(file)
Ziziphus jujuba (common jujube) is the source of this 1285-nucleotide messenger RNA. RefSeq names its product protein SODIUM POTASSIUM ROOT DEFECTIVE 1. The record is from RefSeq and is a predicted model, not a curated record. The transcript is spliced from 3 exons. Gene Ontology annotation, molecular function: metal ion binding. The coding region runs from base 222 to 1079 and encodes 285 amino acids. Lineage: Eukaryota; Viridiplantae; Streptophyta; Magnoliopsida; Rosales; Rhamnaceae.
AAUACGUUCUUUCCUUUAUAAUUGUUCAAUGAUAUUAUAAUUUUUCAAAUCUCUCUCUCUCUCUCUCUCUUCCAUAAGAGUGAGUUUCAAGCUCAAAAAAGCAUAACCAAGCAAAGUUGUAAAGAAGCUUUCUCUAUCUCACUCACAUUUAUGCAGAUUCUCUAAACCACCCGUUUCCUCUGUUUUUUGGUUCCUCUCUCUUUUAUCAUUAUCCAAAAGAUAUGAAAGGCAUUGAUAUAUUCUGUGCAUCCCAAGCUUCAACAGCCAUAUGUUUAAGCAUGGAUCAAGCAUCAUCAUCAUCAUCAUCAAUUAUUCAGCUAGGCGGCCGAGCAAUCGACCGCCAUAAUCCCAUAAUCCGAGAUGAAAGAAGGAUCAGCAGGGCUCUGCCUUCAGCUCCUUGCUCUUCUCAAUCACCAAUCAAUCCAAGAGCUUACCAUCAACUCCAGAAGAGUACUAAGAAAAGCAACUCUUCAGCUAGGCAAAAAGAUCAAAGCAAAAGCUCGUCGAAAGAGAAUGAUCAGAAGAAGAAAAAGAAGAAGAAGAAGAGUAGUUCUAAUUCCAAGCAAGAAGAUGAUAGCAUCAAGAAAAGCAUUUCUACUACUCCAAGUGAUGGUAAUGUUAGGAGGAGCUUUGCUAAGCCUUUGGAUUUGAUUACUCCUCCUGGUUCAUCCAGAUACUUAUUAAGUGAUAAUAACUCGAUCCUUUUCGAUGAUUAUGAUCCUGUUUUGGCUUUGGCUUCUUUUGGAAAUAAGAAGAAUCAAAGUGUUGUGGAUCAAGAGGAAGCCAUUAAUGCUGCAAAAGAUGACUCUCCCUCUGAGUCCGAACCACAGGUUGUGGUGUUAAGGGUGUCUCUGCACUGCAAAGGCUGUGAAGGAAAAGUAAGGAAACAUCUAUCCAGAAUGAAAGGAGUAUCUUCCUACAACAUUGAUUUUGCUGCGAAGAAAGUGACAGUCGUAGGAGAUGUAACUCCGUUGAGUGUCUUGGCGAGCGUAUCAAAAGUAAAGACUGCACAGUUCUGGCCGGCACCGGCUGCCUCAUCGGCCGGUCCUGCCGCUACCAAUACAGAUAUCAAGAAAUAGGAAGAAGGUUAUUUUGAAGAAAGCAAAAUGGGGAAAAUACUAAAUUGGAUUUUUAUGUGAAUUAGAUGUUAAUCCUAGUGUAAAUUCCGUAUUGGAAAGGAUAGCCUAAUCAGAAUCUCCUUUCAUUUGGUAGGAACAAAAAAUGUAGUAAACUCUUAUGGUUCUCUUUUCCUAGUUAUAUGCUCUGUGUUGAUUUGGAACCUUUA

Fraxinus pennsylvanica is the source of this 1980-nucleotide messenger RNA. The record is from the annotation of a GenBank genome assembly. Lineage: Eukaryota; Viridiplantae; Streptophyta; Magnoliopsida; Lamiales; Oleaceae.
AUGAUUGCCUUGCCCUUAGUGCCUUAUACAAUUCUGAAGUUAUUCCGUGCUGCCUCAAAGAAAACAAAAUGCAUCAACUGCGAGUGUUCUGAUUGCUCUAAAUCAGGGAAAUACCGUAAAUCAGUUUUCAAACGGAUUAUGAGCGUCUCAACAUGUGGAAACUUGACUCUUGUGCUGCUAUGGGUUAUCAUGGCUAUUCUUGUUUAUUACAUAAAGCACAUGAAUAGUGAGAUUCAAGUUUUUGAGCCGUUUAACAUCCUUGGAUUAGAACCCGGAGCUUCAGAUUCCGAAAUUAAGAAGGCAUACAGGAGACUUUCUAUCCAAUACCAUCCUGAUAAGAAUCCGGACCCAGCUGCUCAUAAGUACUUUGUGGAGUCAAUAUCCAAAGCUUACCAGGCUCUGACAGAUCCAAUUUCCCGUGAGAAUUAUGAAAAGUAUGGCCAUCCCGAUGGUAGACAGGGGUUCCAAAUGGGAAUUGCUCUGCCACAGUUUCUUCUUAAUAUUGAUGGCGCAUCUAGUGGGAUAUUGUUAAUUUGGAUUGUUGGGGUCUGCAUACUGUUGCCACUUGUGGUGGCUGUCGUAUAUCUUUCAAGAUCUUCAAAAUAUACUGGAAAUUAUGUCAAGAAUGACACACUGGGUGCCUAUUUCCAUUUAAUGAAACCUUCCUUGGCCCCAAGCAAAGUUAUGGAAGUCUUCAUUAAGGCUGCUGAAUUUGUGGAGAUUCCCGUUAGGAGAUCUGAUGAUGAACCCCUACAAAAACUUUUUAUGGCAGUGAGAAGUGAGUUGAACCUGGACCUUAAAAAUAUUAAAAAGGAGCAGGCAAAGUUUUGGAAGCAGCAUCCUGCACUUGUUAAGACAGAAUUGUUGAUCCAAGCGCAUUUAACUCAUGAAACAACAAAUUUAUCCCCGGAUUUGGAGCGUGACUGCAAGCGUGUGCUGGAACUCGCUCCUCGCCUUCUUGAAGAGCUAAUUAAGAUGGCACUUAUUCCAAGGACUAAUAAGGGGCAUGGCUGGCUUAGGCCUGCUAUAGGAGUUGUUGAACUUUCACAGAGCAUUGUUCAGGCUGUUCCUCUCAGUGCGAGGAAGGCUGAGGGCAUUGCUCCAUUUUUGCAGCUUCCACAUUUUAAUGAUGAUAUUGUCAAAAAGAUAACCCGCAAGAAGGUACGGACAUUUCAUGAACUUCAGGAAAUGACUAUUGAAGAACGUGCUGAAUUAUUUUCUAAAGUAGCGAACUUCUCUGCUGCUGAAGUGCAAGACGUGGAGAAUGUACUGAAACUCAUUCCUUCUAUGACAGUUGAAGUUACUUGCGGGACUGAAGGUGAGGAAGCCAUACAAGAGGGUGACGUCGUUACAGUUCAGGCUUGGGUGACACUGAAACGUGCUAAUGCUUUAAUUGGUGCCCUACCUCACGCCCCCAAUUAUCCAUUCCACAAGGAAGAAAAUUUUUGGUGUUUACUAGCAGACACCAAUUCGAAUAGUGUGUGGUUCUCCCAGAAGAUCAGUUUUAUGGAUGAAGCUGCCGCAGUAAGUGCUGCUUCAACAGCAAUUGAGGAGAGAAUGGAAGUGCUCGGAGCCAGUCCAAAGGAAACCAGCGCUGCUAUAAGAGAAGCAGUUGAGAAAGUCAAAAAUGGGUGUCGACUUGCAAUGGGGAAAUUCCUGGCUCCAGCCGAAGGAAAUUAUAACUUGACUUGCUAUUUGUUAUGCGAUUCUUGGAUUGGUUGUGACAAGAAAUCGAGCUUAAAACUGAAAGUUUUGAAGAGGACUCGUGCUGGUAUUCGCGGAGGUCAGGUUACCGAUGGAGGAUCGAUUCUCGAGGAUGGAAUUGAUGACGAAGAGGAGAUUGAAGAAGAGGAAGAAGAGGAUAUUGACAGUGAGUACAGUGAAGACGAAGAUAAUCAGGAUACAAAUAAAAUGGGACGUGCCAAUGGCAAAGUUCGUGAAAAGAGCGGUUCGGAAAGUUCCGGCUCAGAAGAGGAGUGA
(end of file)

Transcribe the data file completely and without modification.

Ziziphus jujuba (common jujube) is the source of this 1285-nucleotide messenger RNA. RefSeq names its product protein SODIUM POTASSIUM ROOT DEFECTIVE 1. The record is from RefSeq and is a predicted model, not a curated record. The transcript is spliced from 3 exons. Gene Ontology annotation, molecular function: metal ion binding. The coding region runs from base 222 to 1079 and encodes 285 amino acids. Lineage: Eukaryota; Viridiplantae; Streptophyta; Magnoliopsida; Rosales; Rhamnaceae.
AAUACGUUCUUUCCUUUAUAAUUGUUCAAUGAUAUUAUAAUUUUUCAAAUCUCUCUCUCUCUCUCUCUCUUCCAUAAGAGUGAGUUUCAAGCUCAAAAAAGCAUAACCAAGCAAAGUUGUAAAGAAGCUUUCUCUAUCUCACUCACAUUUAUGCAGAUUCUCUAAACCACCCGUUUCCUCUGUUUUUUGGUUCCUCUCUCUUUUAUCAUUAUCCAAAAGAUAUGAAAGGCAUUGAUAUAUUCUGUGCAUCCCAAGCUUCAACAGCCAUAUGUUUAAGCAUGGAUCAAGCAUCAUCAUCAUCAUCAUCAAUUAUUCAGCUAGGCGGCCGAGCAAUCGACCGCCAUAAUCCCAUAAUCCGAGAUGAAAGAAGGAUCAGCAGGGCUCUGCCUUCAGCUCCUUGCUCUUCUCAAUCACCAAUCAAUCCAAGAGCUUACCAUCAACUCCAGAAGAGUACUAAGAAAAGCAACUCUUCAGCUAGGCAAAAAGAUCAAAGCAAAAGCUCGUCGAAAGAGAAUGAUCAGAAGAAGAAAAAGAAGAAGAAGAAGAGUAGUUCUAAUUCCAAGCAAGAAGAUGAUAGCAUCAAGAAAAGCAUUUCUACUACUCCAAGUGAUGGUAAUGUUAGGAGGAGCUUUGCUAAGCCUUUGGAUUUGAUUACUCCUCCUGGUUCAUCCAGAUACUUAUUAAGUGAUAAUAACUCGAUCCUUUUCGAUGAUUAUGAUCCUGUUUUGGCUUUGGCUUCUUUUGGAAAUAAGAAGAAUCAAAGUGUUGUGGAUCAAGAGGAAGCCAUUAAUGCUGCAAAAGAUGACUCUCCCUCUGAGUCCGAACCACAGGUUGUGGUGUUAAGGGUGUCUCUGCACUGCAAAGGCUGUGAAGGAAAAGUAAGGAAACAUCUAUCCAGAAUGAAAGGAGUAUCUUCCUACAACAUUGAUUUUGCUGCGAAGAAAGUGACAGUCGUAGGAGAUGUAACUCCGUUGAGUGUCUUGGCGAGCGUAUCAAAAGUAAAGACUGCACAGUUCUGGCCGGCACCGGCUGCCUCAUCGGCCGGUCCUGCCGCUACCAAUACAGAUAUCAAGAAAUAGGAAGAAGGUUAUUUUGAAGAAAGCAAAAUGGGGAAAAUACUAAAUUGGAUUUUUAUGUGAAUUAGAUGUUAAUCCUAGUGUAAAUUCCGUAUUGGAAAGGAUAGCCUAAUCAGAAUCUCCUUUCAUUUGGUAGGAACAAAAAAUGUAGUAAACUCUUAUGGUUCUCUUUUCCUAGUUAUAUGCUCUGUGUUGAUUUGGAACCUUUA

Fraxinus pennsylvanica is the source of this 1980-nucleotide messenger RNA. The record is from the annotation of a GenBank genome assembly. Lineage: Eukaryota; Viridiplantae; Streptophyta; Magnoliopsida; Lamiales; Oleaceae.
AUGAUUGCCUUGCCCUUAGUGCCUUAUACAAUUCUGAAGUUAUUCCGUGCUGCCUCAAAGAAAACAAAAUGCAUCAACUGCGAGUGUUCUGAUUGCUCUAAAUCAGGGAAAUACCGUAAAUCAGUUUUCAAACGGAUUAUGAGCGUCUCAACAUGUGGAAACUUGACUCUUGUGCUGCUAUGGGUUAUCAUGGCUAUUCUUGUUUAUUACAUAAAGCACAUGAAUAGUGAGAUUCAAGUUUUUGAGCCGUUUAACAUCCUUGGAUUAGAACCCGGAGCUUCAGAUUCCGAAAUUAAGAAGGCAUACAGGAGACUUUCUAUCCAAUACCAUCCUGAUAAGAAUCCGGACCCAGCUGCUCAUAAGUACUUUGUGGAGUCAAUAUCCAAAGCUUACCAGGCUCUGACAGAUCCAAUUUCCCGUGAGAAUUAUGAAAAGUAUGGCCAUCCCGAUGGUAGACAGGGGUUCCAAAUGGGAAUUGCUCUGCCACAGUUUCUUCUUAAUAUUGAUGGCGCAUCUAGUGGGAUAUUGUUAAUUUGGAUUGUUGGGGUCUGCAUACUGUUGCCACUUGUGGUGGCUGUCGUAUAUCUUUCAAGAUCUUCAAAAUAUACUGGAAAUUAUGUCAAGAAUGACACACUGGGUGCCUAUUUCCAUUUAAUGAAACCUUCCUUGGCCCCAAGCAAAGUUAUGGAAGUCUUCAUUAAGGCUGCUGAAUUUGUGGAGAUUCCCGUUAGGAGAUCUGAUGAUGAACCCCUACAAAAACUUUUUAUGGCAGUGAGAAGUGAGUUGAACCUGGACCUUAAAAAUAUUAAAAAGGAGCAGGCAAAGUUUUGGAAGCAGCAUCCUGCACUUGUUAAGACAGAAUUGUUGAUCCAAGCGCAUUUAACUCAUGAAACAACAAAUUUAUCCCCGGAUUUGGAGCGUGACUGCAAGCGUGUGCUGGAACUCGCUCCUCGCCUUCUUGAAGAGCUAAUUAAGAUGGCACUUAUUCCAAGGACUAAUAAGGGGCAUGGCUGGCUUAGGCCUGCUAUAGGAGUUGUUGAACUUUCACAGAGCAUUGUUCAGGCUGUUCCUCUCAGUGCGAGGAAGGCUGAGGGCAUUGCUCCAUUUUUGCAGCUUCCACAUUUUAAUGAUGAUAUUGUCAAAAAGAUAACCCGCAAGAAGGUACGGACAUUUCAUGAACUUCAGGAAAUGACUAUUGAAGAACGUGCUGAAUUAUUUUCUAAAGUAGCGAACUUCUCUGCUGCUGAAGUGCAAGACGUGGAGAAUGUACUGAAACUCAUUCCUUCUAUGACAGUUGAAGUUACUUGCGGGACUGAAGGUGAGGAAGCCAUACAAGAGGGUGACGUCGUUACAGUUCAGGCUUGGGUGACACUGAAACGUGCUAAUGCUUUAAUUGGUGCCCUACCUCACGCCCCCAAUUAUCCAUUCCACAAGGAAGAAAAUUUUUGGUGUUUACUAGCAGACACCAAUUCGAAUAGUGUGUGGUUCUCCCAGAAGAUCAGUUUUAUGGAUGAAGCUGCCGCAGUAAGUGCUGCUUCAACAGCAAUUGAGGAGAGAAUGGAAGUGCUCGGAGCCAGUCCAAAGGAAACCAGCGCUGCUAUAAGAGAAGCAGUUGAGAAAGUCAAAAAUGGGUGUCGACUUGCAAUGGGGAAAUUCCUGGCUCCAGCCGAAGGAAAUUAUAACUUGACUUGCUAUUUGUUAUGCGAUUCUUGGAUUGGUUGUGACAAGAAAUCGAGCUUAAAACUGAAAGUUUUGAAGAGGACUCGUGCUGGUAUUCGCGGAGGUCAGGUUACCGAUGGAGGAUCGAUUCUCGAGGAUGGAAUUGAUGACGAAGAGGAGAUUGAAGAAGAGGAAGAAGAGGAUAUUGACAGUGAGUACAGUGAAGACGAAGAUAAUCAGGAUACAAAUAAAAUGGGACGUGCCAAUGGCAAAGUUCGUGAAAAGAGCGGUUCGGAAAGUUCCGGCUCAGAAGAGGAGUGA